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#12 Offline Foogoo - Posted July 10 2015 - 1:24 PM

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Where their founding chambers just tiny mounds of dirt like the ones I found instead of the typical hole with a fan of dirt? Hope these do better than the Dorymyrmex I caught!


Camponotus vicinus, Crematogaster 1, Crematogaster 2, Formica francoeuri, *, *, Myrmecocystus testaceus, Novomessor cockerelli, Pheidole hyatti, Pogonomyrmex californicus, Pogonomyrmex rugosus, Solenopsis invicta


#13 Offline dspdrew - Posted July 10 2015 - 1:44 PM

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  • LocationSanta Ana, CA

These were tiny mounds of dirt.



#14 Offline kellakk - Posted July 10 2015 - 2:59 PM

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That's weird that yours dug up piles, the D. bicolor I dug up around here didn't make the typical Dorymyrmex mound.


Current Species:
Novomessor cockerelli (2), Brachymyrmex patagonicus (1)Veromessor pergandei (1?), Dorymyrmex bureni (1)


#15 Offline Foogoo - Posted July 10 2015 - 8:10 PM

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That's weird that yours dug up piles, the D. bicolor I dug up around here didn't make the typical Dorymyrmex mound.

What were they? Like the typical hole and fan?


Camponotus vicinus, Crematogaster 1, Crematogaster 2, Formica francoeuri, *, *, Myrmecocystus testaceus, Novomessor cockerelli, Pheidole hyatti, Pogonomyrmex californicus, Pogonomyrmex rugosus, Solenopsis invicta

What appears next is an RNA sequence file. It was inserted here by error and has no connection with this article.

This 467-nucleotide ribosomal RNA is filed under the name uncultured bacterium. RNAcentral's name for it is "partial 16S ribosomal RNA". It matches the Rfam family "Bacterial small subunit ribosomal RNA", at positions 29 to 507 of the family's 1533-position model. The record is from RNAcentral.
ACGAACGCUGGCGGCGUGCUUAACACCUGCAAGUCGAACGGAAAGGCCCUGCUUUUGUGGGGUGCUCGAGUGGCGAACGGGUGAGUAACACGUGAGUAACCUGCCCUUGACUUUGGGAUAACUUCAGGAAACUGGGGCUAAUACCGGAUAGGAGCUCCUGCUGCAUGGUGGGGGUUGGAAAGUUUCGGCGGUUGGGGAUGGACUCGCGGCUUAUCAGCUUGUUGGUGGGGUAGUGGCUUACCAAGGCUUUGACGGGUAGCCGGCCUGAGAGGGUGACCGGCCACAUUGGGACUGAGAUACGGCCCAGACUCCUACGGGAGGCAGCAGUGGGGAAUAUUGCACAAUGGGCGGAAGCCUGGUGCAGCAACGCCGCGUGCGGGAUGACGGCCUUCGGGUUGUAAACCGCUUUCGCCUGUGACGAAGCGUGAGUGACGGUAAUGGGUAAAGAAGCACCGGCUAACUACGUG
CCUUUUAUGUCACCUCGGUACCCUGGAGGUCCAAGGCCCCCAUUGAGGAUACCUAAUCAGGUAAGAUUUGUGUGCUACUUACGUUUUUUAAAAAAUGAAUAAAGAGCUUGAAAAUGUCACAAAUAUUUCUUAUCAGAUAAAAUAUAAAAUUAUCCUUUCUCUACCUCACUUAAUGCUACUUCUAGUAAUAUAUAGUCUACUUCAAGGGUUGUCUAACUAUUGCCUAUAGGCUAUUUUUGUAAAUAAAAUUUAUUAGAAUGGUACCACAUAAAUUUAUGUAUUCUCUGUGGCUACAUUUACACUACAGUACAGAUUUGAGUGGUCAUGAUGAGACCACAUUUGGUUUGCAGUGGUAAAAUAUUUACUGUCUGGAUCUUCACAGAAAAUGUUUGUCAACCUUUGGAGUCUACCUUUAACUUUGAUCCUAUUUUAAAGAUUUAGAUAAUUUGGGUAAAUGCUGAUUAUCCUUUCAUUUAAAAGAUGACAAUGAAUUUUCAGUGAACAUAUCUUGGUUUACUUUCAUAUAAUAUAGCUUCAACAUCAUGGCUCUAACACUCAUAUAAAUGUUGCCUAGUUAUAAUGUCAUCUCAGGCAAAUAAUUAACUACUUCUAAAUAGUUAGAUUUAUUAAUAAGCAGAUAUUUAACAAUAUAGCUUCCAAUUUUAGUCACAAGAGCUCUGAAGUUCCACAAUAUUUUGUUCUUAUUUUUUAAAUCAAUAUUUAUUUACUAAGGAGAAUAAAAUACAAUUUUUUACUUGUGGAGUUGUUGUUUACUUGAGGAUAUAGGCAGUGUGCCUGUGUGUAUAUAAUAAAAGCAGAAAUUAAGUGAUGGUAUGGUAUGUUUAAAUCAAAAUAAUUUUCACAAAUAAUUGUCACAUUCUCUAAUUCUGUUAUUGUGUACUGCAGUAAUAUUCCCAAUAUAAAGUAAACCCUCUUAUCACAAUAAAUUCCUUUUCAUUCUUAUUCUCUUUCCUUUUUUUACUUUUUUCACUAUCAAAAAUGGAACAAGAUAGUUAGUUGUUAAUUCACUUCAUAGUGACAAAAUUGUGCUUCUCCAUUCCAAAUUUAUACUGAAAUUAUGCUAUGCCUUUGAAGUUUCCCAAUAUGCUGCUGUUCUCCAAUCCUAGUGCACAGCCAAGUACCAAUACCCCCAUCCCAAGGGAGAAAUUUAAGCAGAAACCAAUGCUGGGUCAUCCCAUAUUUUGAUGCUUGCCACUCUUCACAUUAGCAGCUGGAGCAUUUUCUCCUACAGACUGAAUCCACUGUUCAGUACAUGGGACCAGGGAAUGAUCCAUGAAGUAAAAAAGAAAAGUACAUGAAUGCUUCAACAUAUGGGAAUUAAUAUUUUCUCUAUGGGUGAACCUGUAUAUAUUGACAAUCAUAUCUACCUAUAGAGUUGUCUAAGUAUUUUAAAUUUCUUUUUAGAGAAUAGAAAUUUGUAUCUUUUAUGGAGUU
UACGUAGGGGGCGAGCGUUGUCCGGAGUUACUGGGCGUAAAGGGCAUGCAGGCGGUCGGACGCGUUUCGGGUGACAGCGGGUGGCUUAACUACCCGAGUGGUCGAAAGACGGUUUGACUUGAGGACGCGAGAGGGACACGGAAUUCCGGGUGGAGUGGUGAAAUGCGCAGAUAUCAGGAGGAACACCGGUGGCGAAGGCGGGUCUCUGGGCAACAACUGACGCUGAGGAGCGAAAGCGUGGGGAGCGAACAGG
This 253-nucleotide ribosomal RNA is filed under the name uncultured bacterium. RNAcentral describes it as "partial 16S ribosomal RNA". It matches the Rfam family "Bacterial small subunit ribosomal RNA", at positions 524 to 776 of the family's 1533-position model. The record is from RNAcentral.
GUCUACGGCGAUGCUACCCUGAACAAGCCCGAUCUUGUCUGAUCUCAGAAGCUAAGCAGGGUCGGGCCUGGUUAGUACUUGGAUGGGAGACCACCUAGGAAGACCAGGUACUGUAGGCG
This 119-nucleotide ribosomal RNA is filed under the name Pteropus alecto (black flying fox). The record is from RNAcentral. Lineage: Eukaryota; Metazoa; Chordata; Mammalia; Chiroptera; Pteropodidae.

#16 Offline kellakk - Posted July 11 2015 - 9:35 AM

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Yeah, they made the hole and fan. Now I'm thinking I might have caught them early on in their burrow-digging, before they had a chance to make a mound.

Current Species:
Novomessor cockerelli (2), Brachymyrmex patagonicus (1)Veromessor pergandei (1?), Dorymyrmex bureni (1)


#17 Offline dspdrew - Posted July 11 2015 - 10:13 AM

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  • LocationSanta Ana, CA

That's weird. I've never seen Dorymyrmex make founding chambers like that. I guess it's possible. I always thought all Pheidole made little mounts too, until I dug some species I never found before out of a typical fan shaped nest.


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#18 Offline dspdrew - Posted July 11 2015 - 12:59 PM

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  • LocationSanta Ana, CA

Update 7-11-2015

 

The queen in the dirt has finished her nest. I can see she only went down about 3/4 of an inch and then headed sideways. Since one of my Pogonomyrmex magnacanthus queens died, I put another one of these in the vacant ant farm box.

 

med_gallery_2_443_57299.jpg



#19 Offline Foogoo - Posted July 12 2015 - 9:57 AM

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Have you had relatively good luck with all the species you've tried in the dirt boxes? Of the three Pogonomyrmex I tried in similar setups, only one dug (then died). My other two never attempted to dig, even with starting holes.


Camponotus vicinus, Crematogaster 1, Crematogaster 2, Formica francoeuri, *, *, Myrmecocystus testaceus, Novomessor cockerelli, Pheidole hyatti, Pogonomyrmex californicus, Pogonomyrmex rugosus, Solenopsis invicta


#20 Offline dspdrew - Posted July 12 2015 - 1:32 PM

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  • LocationSanta Ana, CA

Yes they have worked pretty well.

 

Pogonomyrmex do that some times. I've had a lot of different species wait a while before digging.